Most divorce cases in Florida settle outside of the courtroom, with the spouses involved in negotiating an agreement. Still, sometimes spouses do have to go to trial and that can mean attending a deposition. During a deposition, you and your spouse will meet with each of your lawyers and potentially other experts, such as a child development professional. Court reporters are also usually present, as they will record everything that is said.
Facing the prospect of a deposition can be intimidating, as most people have never had to attend one before. For this reason, it is important to prepare and the below tips can help.
Do Not Answer Right Away
You may think answering as soon as possible will show that you are being cooperative but in fact, it could hurt your case. Pausing for just a few seconds will allow you to really think about the question so you can answer it to the best of your ability. Consider the question that was asked and make sure you only provide an answer to it, without giving away any other information. Taking a few seconds before you answer the question will also give your lawyer a chance to object to it. Even if you have to answer the question anyway, the objection will be on the record.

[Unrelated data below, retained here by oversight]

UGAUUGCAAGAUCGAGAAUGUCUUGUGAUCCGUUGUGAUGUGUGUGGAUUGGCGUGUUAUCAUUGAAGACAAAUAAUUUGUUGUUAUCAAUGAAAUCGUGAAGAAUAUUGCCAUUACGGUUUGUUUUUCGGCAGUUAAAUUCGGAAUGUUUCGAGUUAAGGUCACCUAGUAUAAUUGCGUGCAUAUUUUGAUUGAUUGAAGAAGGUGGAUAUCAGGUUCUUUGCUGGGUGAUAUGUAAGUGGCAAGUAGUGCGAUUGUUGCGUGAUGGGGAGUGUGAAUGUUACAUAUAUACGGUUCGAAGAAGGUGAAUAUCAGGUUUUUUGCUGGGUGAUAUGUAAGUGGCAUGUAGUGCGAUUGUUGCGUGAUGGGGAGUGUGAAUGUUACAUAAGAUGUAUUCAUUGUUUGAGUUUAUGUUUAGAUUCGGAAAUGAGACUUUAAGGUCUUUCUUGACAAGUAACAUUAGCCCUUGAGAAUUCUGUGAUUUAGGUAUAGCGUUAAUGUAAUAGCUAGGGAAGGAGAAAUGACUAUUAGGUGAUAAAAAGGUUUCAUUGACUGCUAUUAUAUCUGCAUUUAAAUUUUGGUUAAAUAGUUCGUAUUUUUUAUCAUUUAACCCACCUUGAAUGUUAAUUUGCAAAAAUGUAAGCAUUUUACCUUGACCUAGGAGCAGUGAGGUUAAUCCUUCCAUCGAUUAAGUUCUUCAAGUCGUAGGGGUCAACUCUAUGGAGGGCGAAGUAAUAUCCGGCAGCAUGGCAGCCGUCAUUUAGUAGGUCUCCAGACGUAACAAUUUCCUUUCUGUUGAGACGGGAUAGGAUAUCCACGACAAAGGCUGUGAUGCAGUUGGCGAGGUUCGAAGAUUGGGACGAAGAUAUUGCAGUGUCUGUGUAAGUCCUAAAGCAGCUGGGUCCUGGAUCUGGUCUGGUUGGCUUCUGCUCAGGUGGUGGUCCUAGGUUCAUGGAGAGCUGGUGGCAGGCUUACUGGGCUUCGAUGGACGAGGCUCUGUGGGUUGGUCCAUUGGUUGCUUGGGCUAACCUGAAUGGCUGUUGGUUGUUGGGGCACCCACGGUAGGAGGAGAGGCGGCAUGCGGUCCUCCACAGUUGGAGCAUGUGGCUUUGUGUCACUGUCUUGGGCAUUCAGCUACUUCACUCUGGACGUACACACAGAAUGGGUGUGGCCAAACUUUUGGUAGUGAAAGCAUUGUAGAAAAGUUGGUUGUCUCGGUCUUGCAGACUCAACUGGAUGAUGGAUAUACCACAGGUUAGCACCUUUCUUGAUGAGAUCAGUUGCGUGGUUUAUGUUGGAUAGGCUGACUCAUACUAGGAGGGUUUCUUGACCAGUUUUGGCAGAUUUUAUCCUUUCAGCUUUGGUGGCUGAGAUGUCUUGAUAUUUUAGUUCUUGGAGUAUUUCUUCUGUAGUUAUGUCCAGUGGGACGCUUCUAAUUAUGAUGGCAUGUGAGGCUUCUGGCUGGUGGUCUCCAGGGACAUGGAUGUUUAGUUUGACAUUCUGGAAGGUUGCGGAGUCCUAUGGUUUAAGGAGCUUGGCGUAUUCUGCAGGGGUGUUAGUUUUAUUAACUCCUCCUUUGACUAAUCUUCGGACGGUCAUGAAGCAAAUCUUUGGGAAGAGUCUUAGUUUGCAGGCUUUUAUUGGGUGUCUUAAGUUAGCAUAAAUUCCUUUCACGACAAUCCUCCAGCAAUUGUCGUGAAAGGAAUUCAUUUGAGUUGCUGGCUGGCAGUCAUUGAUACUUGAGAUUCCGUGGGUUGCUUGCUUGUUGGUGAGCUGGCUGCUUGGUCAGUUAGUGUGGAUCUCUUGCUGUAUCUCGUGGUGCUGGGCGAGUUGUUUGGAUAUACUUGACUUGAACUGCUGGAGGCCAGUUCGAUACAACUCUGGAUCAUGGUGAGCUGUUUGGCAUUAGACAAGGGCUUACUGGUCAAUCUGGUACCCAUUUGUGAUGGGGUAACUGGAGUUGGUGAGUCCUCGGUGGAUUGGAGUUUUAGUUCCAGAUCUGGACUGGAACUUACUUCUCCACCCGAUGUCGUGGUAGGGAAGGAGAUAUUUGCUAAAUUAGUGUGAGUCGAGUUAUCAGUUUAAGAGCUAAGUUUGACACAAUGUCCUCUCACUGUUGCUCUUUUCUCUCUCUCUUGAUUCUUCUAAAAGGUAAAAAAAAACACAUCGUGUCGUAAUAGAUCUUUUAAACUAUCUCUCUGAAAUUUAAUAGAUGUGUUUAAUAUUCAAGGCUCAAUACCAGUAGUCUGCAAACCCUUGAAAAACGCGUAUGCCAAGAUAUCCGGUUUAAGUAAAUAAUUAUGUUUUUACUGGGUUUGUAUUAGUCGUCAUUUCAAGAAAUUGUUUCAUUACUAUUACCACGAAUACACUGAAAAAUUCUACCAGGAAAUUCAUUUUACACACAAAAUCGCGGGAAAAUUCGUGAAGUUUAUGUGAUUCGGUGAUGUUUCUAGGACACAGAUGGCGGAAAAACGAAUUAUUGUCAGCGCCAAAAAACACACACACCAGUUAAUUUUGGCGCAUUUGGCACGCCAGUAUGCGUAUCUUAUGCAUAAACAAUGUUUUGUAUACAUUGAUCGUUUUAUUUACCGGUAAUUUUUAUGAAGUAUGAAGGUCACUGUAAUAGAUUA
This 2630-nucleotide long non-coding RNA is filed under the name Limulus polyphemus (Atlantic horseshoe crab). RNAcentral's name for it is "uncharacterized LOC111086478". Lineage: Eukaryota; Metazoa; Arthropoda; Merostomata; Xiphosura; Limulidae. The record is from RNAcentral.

Allow Silence to Happen
Sometimes, a lawyer will go silent when they are questioning you. This is usually an intimidation tactic, and it often works. Sitting in silence can be uncomfortable, but do not say something just to fill the silence. The lawyer may only be thinking of the next question they want to ask, and saying too much can hurt your case.
Do Not Be Fooled Into Giving Different Answers
Lawyers also sometimes ask the same question over and over again. Even if they word the question differently, provide the same answer every time. When an attorney does this, they are hoping you will give different answers, which will hurt your credibility.
Review Every Document Careful
Your lawyer or your spouse’s attorney may present you with many different documents during a deposition, such as a premarital agreement or financial affidavit. Even if you remember drafting these documents, review them all carefully and make sure you know what the document entails.
Saying ‘I Do Not Know’ is Okay
Of course you hope that you will be able to answer every question that is asked of you. The simple fact of the matter is that you may not. If you do not know the answer to a question, say so. Do not try to guess. If the answer is wrong, it will hurt you much more than simply stating you do not know.
Work with a Family Lawyer in Orlando
A lawyer is your biggest help when going through a deposition, and during the whole divorce process. At O’Mara Law Group, our skilled Orlando family lawyers will fully prepare you for your deposition and every other aspect of the divorce. Call us today at 407-634-6604 or fill out our online form to schedule a consultation.